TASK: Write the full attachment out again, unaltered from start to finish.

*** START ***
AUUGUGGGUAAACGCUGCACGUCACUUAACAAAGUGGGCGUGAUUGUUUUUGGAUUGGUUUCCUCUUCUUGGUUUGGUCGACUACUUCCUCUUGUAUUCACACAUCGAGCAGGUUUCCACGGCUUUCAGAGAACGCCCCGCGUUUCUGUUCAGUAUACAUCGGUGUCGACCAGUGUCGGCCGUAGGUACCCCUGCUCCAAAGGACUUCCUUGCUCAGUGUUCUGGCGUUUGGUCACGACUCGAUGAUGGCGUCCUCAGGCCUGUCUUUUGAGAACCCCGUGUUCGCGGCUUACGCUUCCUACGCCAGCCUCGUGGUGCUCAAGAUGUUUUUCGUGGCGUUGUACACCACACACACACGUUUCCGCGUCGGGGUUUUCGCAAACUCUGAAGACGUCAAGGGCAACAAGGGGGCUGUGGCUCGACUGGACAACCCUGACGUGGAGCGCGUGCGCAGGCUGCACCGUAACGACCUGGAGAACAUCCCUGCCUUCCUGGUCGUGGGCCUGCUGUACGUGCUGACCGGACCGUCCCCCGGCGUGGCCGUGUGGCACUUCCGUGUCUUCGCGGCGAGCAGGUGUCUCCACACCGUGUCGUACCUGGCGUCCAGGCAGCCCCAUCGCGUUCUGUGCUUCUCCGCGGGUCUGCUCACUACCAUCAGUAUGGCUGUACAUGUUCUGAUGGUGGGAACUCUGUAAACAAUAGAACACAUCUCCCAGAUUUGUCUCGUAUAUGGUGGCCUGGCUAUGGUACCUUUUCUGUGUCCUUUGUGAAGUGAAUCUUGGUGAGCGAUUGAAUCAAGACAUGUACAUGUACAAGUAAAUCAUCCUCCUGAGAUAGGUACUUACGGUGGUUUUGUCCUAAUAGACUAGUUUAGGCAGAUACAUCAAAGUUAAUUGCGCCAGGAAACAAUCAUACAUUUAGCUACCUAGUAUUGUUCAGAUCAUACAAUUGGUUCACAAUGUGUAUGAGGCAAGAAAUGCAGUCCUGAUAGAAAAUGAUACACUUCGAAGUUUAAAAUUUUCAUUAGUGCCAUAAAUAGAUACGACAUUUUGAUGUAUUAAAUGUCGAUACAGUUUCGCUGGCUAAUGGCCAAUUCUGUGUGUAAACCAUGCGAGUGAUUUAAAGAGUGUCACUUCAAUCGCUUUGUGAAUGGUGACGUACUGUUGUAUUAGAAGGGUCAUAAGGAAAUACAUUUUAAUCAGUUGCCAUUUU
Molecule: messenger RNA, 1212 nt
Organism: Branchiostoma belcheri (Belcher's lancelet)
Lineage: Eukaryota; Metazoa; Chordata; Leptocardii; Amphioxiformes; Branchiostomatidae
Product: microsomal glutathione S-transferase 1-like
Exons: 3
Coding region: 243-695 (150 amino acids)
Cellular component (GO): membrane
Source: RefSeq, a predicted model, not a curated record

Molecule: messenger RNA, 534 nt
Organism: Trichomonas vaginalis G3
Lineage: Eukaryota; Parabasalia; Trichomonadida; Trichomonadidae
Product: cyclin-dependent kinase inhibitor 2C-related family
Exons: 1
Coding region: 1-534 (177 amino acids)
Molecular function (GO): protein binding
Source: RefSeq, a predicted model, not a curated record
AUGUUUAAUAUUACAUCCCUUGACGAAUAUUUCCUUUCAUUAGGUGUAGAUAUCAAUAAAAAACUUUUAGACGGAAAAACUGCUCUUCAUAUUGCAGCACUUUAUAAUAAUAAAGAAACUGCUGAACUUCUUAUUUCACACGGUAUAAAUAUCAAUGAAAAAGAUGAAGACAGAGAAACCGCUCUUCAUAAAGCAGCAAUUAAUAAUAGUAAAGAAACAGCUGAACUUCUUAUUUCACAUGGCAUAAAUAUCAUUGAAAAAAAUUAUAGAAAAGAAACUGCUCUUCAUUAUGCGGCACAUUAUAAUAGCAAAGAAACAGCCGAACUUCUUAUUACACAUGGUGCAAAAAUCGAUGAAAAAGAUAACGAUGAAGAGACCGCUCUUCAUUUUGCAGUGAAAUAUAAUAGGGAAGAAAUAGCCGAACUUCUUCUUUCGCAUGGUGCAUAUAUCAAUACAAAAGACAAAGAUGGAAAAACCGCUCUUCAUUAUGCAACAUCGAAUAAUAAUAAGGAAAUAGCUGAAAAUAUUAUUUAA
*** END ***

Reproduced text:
AUUGUGGGUAAACGCUGCACGUCACUUAACAAAGUGGGCGUGAUUGUUUUUGGAUUGGUUUCCUCUUCUUGGUUUGGUCGACUACUUCCUCUUGUAUUCACACAUCGAGCAGGUUUCCACGGCUUUCAGAGAACGCCCCGCGUUUCUGUUCAGUAUACAUCGGUGUCGACCAGUGUCGGCCGUAGGUACCCCUGCUCCAAAGGACUUCCUUGCUCAGUGUUCUGGCGUUUGGUCACGACUCGAUGAUGGCGUCCUCAGGCCUGUCUUUUGAGAACCCCGUGUUCGCGGCUUACGCUUCCUACGCCAGCCUCGUGGUGCUCAAGAUGUUUUUCGUGGCGUUGUACACCACACACACACGUUUCCGCGUCGGGGUUUUCGCAAACUCUGAAGACGUCAAGGGCAACAAGGGGGCUGUGGCUCGACUGGACAACCCUGACGUGGAGCGCGUGCGCAGGCUGCACCGUAACGACCUGGAGAACAUCCCUGCCUUCCUGGUCGUGGGCCUGCUGUACGUGCUGACCGGACCGUCCCCCGGCGUGGCCGUGUGGCACUUCCGUGUCUUCGCGGCGAGCAGGUGUCUCCACACCGUGUCGUACCUGGCGUCCAGGCAGCCCCAUCGCGUUCUGUGCUUCUCCGCGGGUCUGCUCACUACCAUCAGUAUGGCUGUACAUGUUCUGAUGGUGGGAACUCUGUAAACAAUAGAACACAUCUCCCAGAUUUGUCUCGUAUAUGGUGGCCUGGCUAUGGUACCUUUUCUGUGUCCUUUGUGAAGUGAAUCUUGGUGAGCGAUUGAAUCAAGACAUGUACAUGUACAAGUAAAUCAUCCUCCUGAGAUAGGUACUUACGGUGGUUUUGUCCUAAUAGACUAGUUUAGGCAGAUACAUCAAAGUUAAUUGCGCCAGGAAACAAUCAUACAUUUAGCUACCUAGUAUUGUUCAGAUCAUACAAUUGGUUCACAAUGUGUAUGAGGCAAGAAAUGCAGUCCUGAUAGAAAAUGAUACACUUCGAAGUUUAAAAUUUUCAUUAGUGCCAUAAAUAGAUACGACAUUUUGAUGUAUUAAAUGUCGAUACAGUUUCGCUGGCUAAUGGCCAAUUCUGUGUGUAAACCAUGCGAGUGAUUUAAAGAGUGUCACUUCAAUCGCUUUGUGAAUGGUGACGUACUGUUGUAUUAGAAGGGUCAUAAGGAAAUACAUUUUAAUCAGUUGCCAUUUU
Molecule: messenger RNA, 1212 nt
Organism: Branchiostoma belcheri (Belcher's lancelet)
Lineage: Eukaryota; Metazoa; Chordata; Leptocardii; Amphioxiformes; Branchiostomatidae
Product: microsomal glutathione S-transferase 1-like
Exons: 3
Coding region: 243-695 (150 amino acids)
Cellular component (GO): membrane
Source: RefSeq, a predicted model, not a curated record

Molecule: messenger RNA, 534 nt
Organism: Trichomonas vaginalis G3
Lineage: Eukaryota; Parabasalia; Trichomonadida; Trichomonadidae
Product: cyclin-dependent kinase inhibitor 2C-related family
Exons: 1
Coding region: 1-534 (177 amino acids)
Molecular function (GO): protein binding
Source: RefSeq, a predicted model, not a curated record
AUGUUUAAUAUUACAUCCCUUGACGAAUAUUUCCUUUCAUUAGGUGUAGAUAUCAAUAAAAAACUUUUAGACGGAAAAACUGCUCUUCAUAUUGCAGCACUUUAUAAUAAUAAAGAAACUGCUGAACUUCUUAUUUCACACGGUAUAAAUAUCAAUGAAAAAGAUGAAGACAGAGAAACCGCUCUUCAUAAAGCAGCAAUUAAUAAUAGUAAAGAAACAGCUGAACUUCUUAUUUCACAUGGCAUAAAUAUCAUUGAAAAAAAUUAUAGAAAAGAAACUGCUCUUCAUUAUGCGGCACAUUAUAAUAGCAAAGAAACAGCCGAACUUCUUAUUACACAUGGUGCAAAAAUCGAUGAAAAAGAUAACGAUGAAGAGACCGCUCUUCAUUUUGCAGUGAAAUAUAAUAGGGAAGAAAUAGCCGAACUUCUUCUUUCGCAUGGUGCAUAUAUCAAUACAAAAGACAAAGAUGGAAAAACCGCUCUUCAUUAUGCAACAUCGAAUAAUAAUAAGGAAAUAGCUGAAAAUAUUAUUUAA